Stories are a kind of thing, too. Stories and objects share something, a patina. I thought I had this clear, two years ago before I started, but I am no longer sure how this works. Perhaps a patina is a process of rubbing back so that the essential is revealed, the way that a striated stone tumbled in a river feels irreducible, the way that this netsuke of a fox has become little more than a memory of a nose and a tail. But it also seems additive, in the way that a piece of oak furniture gains over years and years of polishing, and the way the leaves of my medlar shine.
― Edmund de Waal, The Hare With Amber Eyes: A Family’s Century of Art and Loss
Apart from such visits, for the first time in her life Eliza was truly alone. In the beginning, unfamiliar sounds, nocturnal sounds, disturbed her, but as the days passed she came to know them: soft-pawed animals under the eaves, the ticking of the warming range, floorboards shivering in the cooling nights. And there were unexpected benefits to her solitary life: alone in the cottage, Eliza discovered that the characters from her fairy tales became bolder. She found fairies playing in the spiders’ webs, insects whispering incantations on the windowsills, fire sprites spitting and hissing in the range. Sometimes in the afternoons, Eliza would sit on the rocking chair listening to them. And late at night, when they were all asleep, she would spin their stories into her own tales.
― Kate Morton, The Forgotten Garden
Stories set the inner life into motion, and this is particularly important where the inner life is frightened, wedged, or cornered. Story greases the hoists and pulleys, it causes adrenaline to surge, shows us the way out, down, or up, and for our trouble, cuts for us fine wide doors in previously blank walls, openings that lead to the dreamland, that lead to love and learning, that lead us back to our own real lives as knowing wildish women.
We have a few old mouth-to-mouth tales; we exhume from old trunks and boxes and drawers letters without salutation or signature, in which men and women who once lived and breathed are now merely initials or nicknames out of some now incomprehensible affection which sound to us like Sanskrit or Chocktaw; we see dimly people, the people in whose living blood and seed we ourselves lay dormant and waiting, in this shadowy attenuation of time possessing now heroic proportions, performing their acts of simple passion and simple violence, impervious to time and inexplicable.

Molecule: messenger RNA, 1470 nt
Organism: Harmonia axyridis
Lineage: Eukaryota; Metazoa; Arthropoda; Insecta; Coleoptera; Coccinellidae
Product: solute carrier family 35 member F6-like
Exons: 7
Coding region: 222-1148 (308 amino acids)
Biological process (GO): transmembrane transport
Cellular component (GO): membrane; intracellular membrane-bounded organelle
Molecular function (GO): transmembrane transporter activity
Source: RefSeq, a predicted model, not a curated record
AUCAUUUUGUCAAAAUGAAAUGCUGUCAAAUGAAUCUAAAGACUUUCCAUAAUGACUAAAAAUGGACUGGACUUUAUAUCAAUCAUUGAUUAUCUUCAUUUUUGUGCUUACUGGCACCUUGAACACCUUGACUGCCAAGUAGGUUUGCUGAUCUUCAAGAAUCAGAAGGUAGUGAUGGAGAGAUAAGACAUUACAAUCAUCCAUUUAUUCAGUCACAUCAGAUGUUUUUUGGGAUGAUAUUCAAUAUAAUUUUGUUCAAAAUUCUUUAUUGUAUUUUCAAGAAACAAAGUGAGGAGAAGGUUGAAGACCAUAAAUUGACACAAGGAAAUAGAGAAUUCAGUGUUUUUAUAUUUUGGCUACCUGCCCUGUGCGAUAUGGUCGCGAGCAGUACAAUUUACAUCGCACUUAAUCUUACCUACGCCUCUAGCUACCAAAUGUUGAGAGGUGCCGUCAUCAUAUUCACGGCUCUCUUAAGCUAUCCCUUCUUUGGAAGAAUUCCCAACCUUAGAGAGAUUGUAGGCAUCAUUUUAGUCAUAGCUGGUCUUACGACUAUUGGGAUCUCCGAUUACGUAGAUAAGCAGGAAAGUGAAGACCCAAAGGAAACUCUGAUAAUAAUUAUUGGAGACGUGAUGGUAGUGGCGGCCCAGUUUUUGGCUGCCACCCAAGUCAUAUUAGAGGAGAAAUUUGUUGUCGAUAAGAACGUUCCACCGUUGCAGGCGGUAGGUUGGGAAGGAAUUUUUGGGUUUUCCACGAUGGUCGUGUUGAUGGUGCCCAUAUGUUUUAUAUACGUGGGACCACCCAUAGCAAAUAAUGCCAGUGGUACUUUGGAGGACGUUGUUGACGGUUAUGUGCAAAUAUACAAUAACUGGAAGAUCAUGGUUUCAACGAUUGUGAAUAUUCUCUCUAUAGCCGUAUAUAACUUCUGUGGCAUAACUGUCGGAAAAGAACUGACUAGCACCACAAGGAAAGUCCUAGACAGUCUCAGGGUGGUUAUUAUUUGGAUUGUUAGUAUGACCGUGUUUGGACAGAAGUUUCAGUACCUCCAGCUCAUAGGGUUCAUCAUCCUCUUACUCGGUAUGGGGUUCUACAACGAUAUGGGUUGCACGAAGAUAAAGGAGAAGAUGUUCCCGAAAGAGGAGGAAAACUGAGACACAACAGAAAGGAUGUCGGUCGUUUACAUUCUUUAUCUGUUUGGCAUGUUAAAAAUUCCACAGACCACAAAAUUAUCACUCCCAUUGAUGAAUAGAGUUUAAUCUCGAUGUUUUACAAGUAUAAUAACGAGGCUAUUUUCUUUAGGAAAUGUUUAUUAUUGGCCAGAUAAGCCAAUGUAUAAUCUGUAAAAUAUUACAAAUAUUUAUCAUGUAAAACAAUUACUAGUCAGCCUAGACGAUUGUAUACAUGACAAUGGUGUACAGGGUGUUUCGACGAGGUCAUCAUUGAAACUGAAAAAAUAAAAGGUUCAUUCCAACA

You are saying, are you not, I said to Manuelito, that stories have more room in them than ideas?
That is correct, Señor. It is as if ideas are made of blocks. Rigid and hard. And stories are made of a gauze that is elastic. You can almost see through it, so what is beyond is tantalizing. You can’t quite make it out; and because the imagination is always moving forward, you yourself are constantly stretching. Stories are the way spirit is exercised.
Our strategy should be not only to confront empire, but to lay siege to it. To deprive it of oxygen. To shame it. To mock it. With our art, our music, our literature, our stubbornness, our joy, our brilliance, our sheer relentlessness – and our ability to tell our own stories. Stories that are different from the ones we’re being brainwashed to believe.
The corporate revolution will collapse if we refuse to buy what they are selling – their ideas, their version of history, their wars, their weapons, their notion of inevitability.
Remember this: We be many and they be few. They need us more than we need them.
Another world is not only possible, she is on her way. On a quiet day, I can hear her breathing.
―Arundhati Roy, War Talk
The moment you realize that life will hurt more than your death. While existing, we’re forced to become acquainted with sadness. There’s no antibiotic for the ridding of distress, and no alleviation of these intervals of pain we must encounter. Behind our eyes, are all these things: our stories, our dreams, our deficiencies, and our scars.
―Crystal Woods, Write like no one is reading